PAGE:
• 21. Control Position Usually at top and left in help…
  • 22. Control Position But at the bottom in apps for controls that may change the content – less tap risk…
  • 23. Responsive Design… Again We can set control positions for different device types based on “breakpoints”. Notice the changing control positions, here from Robo- Help 11.
  • 24. Content Design – Text-Heaviness Help usually text-heavy, apps not.
  • 25. Text-Heaviness Though there are exceptions, like this… Cut text – not fat but text – to the bone.
  • 26. Specific Content Issues Images may be too wide for small screens. – Can size them dynamically to fit by setting the width to % and height to auto (if available). – But are they still legible? – If not, can you conditionalize them out? – If you do, does that affect the contents? – May call for greater granularity of content… Ditto wide or “complex” tables.
  • 27. More Content Issues… Consider SWFs. – Won’t run on iOS – must be MP4 or HTML5. – Are text captions legible or need replacing with audio, which requires multiple versions of each movie. – What happens to interactivity with low-res pointers, like this?
  • 28. Still More… Consider platform differences for feature support and need to rework material, like minimal table support in ebook formats. “Invisible” problems like tables, graphics, SWFs, popups, etc., embedded in snippets. Features with no equivalent controls in mobile, like Flare togglers.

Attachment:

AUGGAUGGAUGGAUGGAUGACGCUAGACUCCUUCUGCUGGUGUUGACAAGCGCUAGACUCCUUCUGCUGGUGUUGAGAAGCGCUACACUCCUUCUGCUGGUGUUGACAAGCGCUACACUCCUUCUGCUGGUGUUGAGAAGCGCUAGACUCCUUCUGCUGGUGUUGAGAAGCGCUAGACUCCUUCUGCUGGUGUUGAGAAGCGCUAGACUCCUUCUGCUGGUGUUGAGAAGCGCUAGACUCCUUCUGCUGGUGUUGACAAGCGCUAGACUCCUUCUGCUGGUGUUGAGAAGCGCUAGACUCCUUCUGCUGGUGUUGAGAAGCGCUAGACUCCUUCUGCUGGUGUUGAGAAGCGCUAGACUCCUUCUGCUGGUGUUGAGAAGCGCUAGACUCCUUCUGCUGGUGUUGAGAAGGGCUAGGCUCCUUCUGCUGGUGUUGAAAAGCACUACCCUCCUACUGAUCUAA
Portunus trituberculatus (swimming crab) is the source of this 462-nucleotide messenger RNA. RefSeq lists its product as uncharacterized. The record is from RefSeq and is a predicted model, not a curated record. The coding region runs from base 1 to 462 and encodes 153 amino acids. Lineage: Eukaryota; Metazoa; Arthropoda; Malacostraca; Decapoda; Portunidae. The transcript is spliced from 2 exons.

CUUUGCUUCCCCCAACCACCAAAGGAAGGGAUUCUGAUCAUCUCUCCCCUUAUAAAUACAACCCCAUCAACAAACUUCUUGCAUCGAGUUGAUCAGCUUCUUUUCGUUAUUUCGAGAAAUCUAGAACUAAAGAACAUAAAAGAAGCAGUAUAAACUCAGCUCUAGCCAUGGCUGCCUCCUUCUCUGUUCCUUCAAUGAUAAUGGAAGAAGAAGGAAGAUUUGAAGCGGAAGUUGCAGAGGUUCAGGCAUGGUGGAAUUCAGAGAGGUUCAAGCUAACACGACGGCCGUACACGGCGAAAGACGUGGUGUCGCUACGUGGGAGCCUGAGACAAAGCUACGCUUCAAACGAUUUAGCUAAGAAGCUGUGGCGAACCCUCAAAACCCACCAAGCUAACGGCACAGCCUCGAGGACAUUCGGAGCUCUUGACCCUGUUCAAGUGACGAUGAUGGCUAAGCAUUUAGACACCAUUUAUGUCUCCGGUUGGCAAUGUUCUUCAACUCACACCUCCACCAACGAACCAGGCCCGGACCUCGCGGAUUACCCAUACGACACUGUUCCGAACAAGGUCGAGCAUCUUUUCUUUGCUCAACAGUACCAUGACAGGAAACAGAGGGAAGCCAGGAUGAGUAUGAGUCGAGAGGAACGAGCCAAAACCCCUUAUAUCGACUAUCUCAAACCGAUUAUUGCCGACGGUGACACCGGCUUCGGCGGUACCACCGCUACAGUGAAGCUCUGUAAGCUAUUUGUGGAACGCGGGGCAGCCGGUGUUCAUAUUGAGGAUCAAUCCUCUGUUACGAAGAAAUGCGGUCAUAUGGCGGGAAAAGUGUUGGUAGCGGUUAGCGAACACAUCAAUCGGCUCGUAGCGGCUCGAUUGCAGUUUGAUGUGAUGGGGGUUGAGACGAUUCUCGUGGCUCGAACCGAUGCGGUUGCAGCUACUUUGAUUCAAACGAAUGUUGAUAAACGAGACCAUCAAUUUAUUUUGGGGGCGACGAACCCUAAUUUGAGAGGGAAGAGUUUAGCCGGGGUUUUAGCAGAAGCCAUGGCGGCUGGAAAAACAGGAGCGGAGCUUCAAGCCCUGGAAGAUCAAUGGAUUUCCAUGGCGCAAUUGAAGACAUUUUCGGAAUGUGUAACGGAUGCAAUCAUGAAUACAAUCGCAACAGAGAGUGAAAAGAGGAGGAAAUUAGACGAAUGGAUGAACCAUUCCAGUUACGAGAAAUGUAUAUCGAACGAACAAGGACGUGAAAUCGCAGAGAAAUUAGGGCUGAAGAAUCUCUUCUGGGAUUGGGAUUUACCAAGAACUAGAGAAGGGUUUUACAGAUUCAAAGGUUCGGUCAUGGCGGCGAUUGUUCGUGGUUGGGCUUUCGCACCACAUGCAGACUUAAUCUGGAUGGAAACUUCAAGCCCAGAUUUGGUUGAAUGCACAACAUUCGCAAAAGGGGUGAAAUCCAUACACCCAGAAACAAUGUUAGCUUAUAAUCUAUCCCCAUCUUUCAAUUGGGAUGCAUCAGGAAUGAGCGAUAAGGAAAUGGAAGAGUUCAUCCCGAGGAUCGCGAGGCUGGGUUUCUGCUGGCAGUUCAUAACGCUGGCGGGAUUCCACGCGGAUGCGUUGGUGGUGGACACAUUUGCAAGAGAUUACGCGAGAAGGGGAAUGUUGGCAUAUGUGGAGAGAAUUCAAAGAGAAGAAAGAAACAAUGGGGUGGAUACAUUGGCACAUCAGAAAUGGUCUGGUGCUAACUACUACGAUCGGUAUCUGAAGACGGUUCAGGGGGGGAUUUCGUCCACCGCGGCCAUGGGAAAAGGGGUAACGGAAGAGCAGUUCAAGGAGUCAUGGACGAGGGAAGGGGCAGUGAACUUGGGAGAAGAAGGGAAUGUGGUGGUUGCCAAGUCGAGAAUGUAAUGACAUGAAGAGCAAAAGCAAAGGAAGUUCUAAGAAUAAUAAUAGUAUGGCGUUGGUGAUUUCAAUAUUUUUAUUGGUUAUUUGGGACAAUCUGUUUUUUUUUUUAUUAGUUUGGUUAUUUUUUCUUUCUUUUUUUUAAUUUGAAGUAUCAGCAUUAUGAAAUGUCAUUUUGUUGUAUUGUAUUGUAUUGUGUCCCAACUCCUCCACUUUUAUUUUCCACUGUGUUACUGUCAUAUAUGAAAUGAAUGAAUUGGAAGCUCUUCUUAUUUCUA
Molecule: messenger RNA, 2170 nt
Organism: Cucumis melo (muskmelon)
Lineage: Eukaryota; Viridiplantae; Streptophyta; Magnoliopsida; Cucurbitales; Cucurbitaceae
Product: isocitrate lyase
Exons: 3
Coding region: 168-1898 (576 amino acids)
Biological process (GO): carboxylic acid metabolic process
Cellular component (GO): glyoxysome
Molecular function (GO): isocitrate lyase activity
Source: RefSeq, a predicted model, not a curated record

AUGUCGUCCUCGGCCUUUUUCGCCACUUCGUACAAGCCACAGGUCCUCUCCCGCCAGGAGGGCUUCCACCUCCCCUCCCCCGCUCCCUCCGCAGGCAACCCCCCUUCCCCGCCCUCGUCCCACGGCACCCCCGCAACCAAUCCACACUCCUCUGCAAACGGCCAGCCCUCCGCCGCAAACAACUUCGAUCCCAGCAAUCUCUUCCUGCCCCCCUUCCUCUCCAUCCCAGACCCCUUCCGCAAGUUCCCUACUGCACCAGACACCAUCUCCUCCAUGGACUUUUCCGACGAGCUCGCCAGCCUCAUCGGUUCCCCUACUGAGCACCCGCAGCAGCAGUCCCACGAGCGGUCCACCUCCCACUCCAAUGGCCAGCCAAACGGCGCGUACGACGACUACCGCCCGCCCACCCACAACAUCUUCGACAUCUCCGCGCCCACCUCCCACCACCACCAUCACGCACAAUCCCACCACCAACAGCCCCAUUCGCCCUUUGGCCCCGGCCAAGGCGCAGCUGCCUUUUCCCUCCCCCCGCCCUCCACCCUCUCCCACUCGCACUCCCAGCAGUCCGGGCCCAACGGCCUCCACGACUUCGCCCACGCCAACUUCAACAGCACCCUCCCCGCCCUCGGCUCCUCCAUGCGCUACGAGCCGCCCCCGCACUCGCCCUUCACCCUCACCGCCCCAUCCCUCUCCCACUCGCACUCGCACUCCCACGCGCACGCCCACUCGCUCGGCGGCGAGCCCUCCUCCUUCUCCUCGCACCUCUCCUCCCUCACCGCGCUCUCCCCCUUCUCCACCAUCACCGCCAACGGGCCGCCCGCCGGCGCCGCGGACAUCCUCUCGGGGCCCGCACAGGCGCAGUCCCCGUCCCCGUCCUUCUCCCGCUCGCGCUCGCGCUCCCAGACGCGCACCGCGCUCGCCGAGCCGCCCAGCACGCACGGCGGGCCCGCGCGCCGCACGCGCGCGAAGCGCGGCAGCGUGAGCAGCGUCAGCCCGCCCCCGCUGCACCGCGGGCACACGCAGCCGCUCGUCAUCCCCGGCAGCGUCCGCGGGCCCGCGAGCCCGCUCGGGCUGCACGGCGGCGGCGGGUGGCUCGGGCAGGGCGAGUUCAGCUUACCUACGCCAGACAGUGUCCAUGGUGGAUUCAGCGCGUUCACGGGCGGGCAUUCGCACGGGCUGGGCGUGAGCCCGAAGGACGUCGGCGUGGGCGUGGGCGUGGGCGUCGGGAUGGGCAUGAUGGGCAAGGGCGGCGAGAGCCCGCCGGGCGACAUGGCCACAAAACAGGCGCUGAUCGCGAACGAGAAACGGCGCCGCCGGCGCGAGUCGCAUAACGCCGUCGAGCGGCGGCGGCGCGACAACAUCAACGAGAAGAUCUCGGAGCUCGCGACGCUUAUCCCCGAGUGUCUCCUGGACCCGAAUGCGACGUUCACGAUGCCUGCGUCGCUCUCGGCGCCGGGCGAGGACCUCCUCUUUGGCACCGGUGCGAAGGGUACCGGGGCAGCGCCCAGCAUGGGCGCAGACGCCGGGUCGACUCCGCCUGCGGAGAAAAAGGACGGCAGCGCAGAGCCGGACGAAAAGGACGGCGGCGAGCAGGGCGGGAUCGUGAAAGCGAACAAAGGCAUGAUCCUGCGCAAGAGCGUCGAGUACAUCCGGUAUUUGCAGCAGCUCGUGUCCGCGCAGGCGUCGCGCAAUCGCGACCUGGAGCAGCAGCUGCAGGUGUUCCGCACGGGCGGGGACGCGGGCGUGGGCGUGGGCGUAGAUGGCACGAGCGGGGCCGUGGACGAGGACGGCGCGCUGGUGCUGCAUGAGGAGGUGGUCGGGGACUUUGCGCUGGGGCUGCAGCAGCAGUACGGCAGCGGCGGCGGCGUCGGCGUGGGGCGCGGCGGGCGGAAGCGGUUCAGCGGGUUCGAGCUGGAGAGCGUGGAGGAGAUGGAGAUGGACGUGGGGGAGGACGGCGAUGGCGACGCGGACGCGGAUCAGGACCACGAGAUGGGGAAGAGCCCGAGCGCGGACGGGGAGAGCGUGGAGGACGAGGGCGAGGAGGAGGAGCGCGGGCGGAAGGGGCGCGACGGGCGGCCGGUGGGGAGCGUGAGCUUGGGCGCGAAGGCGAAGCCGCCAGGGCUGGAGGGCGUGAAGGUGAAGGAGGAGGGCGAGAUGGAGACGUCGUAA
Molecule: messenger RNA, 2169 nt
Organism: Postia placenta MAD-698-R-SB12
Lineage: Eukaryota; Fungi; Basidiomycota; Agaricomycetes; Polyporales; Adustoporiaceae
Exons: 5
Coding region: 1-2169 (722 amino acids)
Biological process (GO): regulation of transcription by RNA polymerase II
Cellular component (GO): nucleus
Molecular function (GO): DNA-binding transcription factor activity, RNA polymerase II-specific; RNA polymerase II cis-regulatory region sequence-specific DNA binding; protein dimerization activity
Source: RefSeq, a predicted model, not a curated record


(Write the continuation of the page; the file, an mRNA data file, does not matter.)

• 29. Food for Thought Here’s what you have to work with in the extreme case. Where does your thumb go? What can you reach? What do you obscure? – If you’re a righty? – A lefty?
  • 30. More Food for Thought And on the technical side, plan to: – Switch all formatting from inline to CSS. – Start moving to HTML5 output for responsive design and (future) hybrid mobile apps. – Design your content for “undesktop-first” via fluid layout grids. It’s more than just outputting help projects to “mobile”.
  • 31. Summary Lots of new technical, design, and output options to balance. – Define your terms, platforms and differences. It sounds daunting, but so did the move by tech comm to online help and the web in the ‘90s and still today. We met those challenges – time to do so again.
  • 32. Hyper/Word Services Offers… Training • Consulting • Development Flare • Flare CSS • Flare Single Sourcing RoboHelp • RoboHelp CSS • RoboHelp HTML5 ViziApps Single sourcing • Structured authoring
  • 33. Thank you... Questions? 978-657-5464 nperlin@nperlin.cnc.net www.hyperword.com Twitter: NeilEric